The role of Buddhism in the emergence of religion and medicine in medieval China

Michael Stanley-Baker

Postdoctoral Research Fellow,

Max-Planck-Institut für Wissenschaftsgeschichte


The emergence of medicine and religion as discrete intellectual institutions in medieval China was a long process that spanned the turbulent centuries of China’s medieval Six Dynasties period (220 – 589 CE). Prior to the appearance of a central medical authority in the seventh century, doctors participated in more mixed competition, where proselytizers, priests and healers of different stripes offered their services to all manner of social sectors. A key leitmotif to this competition was the Daoist notion of embodied salvation, influencing both pharmacology, and setting the scene for multivariate approaches to health and well-being.  The arrival and increase in activity of Buddhist medical proselytizers from the third and fourth centuries created subtle shifts in local priorities, as local Chinese adapted to and incorporated Buddhist or Indian ideas and practices. At the level of practice, individual healers used methods and techniques of all stripes, conflating attempts to define Buddhism, and Daoism and medicine as discrete enterprises. Yet over time, subtle shifts in Daoist and Imperial bibliographies show the emergence of medicine and religion as separate, but overlapping concerns.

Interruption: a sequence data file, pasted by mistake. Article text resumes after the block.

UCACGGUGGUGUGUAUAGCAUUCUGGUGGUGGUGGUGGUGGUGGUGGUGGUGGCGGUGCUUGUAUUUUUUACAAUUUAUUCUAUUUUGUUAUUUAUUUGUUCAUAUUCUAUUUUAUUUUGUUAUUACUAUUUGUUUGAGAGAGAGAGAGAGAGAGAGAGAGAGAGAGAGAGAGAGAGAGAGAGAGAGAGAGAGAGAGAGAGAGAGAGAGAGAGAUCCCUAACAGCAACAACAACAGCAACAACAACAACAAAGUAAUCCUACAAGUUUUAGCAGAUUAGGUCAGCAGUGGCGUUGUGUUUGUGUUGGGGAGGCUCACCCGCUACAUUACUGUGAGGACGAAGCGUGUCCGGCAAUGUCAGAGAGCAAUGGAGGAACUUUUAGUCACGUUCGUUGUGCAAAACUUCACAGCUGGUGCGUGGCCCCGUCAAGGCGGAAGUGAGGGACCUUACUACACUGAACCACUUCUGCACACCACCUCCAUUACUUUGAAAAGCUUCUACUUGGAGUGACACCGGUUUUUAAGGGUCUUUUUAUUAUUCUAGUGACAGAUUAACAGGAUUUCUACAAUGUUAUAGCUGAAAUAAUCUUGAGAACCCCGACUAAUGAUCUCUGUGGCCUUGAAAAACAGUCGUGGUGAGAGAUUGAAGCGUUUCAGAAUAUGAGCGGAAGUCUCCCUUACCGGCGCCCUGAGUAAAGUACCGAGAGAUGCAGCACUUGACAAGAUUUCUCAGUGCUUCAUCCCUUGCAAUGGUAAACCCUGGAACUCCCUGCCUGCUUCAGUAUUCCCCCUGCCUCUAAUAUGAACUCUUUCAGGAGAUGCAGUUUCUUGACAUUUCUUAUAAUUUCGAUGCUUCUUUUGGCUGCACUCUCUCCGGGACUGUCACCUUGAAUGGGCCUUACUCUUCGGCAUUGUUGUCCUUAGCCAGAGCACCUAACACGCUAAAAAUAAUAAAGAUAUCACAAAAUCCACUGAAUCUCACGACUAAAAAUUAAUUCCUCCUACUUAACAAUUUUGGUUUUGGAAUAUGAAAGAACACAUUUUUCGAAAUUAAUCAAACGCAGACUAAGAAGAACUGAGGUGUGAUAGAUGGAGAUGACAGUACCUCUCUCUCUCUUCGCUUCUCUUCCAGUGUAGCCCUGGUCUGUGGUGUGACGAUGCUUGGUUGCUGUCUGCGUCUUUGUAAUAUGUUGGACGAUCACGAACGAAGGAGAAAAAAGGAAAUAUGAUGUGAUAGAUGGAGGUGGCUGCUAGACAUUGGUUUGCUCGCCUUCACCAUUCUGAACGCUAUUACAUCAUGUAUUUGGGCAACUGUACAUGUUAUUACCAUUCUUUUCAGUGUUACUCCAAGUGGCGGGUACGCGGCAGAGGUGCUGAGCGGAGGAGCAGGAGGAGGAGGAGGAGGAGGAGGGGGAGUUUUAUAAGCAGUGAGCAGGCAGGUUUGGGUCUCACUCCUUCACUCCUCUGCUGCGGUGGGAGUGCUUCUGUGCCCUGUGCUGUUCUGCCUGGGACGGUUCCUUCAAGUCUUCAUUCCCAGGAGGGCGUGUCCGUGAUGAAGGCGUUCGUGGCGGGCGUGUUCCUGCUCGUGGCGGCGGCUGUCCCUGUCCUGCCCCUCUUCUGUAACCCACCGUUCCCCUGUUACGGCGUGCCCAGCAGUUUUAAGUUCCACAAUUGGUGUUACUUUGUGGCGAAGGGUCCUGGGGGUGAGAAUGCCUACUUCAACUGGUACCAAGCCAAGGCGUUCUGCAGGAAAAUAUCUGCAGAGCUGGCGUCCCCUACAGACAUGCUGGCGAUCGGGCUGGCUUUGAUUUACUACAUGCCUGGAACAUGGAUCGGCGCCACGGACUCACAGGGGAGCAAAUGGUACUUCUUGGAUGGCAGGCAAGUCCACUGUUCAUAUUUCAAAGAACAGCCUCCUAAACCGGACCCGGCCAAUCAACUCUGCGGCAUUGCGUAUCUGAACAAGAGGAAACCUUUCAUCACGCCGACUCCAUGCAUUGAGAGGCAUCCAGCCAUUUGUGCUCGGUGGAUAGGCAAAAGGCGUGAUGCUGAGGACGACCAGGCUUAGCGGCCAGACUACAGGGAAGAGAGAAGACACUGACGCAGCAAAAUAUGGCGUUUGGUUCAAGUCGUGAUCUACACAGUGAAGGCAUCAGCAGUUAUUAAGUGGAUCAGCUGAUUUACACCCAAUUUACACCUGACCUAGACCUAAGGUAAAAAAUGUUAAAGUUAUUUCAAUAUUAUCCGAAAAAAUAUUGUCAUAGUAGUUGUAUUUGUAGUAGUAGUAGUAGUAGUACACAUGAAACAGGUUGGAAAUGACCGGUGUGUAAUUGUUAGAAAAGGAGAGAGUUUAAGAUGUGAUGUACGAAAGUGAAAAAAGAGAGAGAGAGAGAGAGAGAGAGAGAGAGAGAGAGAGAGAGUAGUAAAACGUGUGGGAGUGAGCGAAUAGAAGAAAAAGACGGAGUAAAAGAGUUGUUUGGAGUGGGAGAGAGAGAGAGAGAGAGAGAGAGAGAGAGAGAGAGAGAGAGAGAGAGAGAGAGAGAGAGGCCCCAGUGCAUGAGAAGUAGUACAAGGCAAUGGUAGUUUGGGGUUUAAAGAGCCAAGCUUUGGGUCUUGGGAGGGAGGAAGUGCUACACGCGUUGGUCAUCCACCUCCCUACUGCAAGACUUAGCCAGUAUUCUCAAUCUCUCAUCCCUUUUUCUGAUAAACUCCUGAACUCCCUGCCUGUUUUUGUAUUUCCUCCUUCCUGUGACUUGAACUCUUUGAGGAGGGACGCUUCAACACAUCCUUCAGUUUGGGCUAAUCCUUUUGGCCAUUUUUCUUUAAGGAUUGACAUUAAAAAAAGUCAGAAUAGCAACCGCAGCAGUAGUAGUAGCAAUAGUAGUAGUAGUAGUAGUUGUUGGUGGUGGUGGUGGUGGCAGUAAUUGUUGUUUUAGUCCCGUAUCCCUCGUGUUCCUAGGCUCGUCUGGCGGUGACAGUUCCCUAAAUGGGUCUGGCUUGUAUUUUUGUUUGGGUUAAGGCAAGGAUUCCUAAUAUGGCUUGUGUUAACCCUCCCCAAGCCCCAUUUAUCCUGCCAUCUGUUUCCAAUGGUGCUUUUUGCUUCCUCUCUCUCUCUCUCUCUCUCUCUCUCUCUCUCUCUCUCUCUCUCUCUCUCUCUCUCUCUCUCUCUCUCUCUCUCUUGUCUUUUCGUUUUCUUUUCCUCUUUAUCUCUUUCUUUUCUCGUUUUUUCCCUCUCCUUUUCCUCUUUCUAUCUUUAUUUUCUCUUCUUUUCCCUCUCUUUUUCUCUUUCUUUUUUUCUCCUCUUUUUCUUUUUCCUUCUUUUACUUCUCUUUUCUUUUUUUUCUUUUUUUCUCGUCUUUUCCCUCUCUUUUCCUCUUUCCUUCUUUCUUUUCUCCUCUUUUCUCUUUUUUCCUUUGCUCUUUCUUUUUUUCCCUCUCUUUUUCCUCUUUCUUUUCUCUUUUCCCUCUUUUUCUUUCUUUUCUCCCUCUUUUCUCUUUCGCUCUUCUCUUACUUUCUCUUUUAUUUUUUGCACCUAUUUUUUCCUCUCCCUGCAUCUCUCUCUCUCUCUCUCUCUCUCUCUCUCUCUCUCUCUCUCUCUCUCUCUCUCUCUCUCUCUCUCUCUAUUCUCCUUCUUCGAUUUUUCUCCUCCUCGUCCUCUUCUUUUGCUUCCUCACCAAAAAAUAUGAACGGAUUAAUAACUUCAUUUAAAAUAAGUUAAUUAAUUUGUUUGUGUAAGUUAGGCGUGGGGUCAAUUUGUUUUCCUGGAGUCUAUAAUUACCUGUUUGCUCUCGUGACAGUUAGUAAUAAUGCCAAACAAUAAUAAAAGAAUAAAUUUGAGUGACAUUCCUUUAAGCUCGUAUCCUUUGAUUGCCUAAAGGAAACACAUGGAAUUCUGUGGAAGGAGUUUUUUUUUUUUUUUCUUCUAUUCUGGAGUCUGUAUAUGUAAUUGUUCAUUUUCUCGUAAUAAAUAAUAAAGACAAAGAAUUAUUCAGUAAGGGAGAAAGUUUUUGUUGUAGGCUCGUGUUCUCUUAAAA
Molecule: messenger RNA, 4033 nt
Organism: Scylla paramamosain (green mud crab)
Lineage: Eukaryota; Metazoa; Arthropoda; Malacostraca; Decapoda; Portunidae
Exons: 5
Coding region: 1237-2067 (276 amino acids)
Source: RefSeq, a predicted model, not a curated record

Oslo Buddhist Studies Forum
Published Jan. 13, 2015 12:57 PM - Last modified Mar. 29, 2016 2:40 PM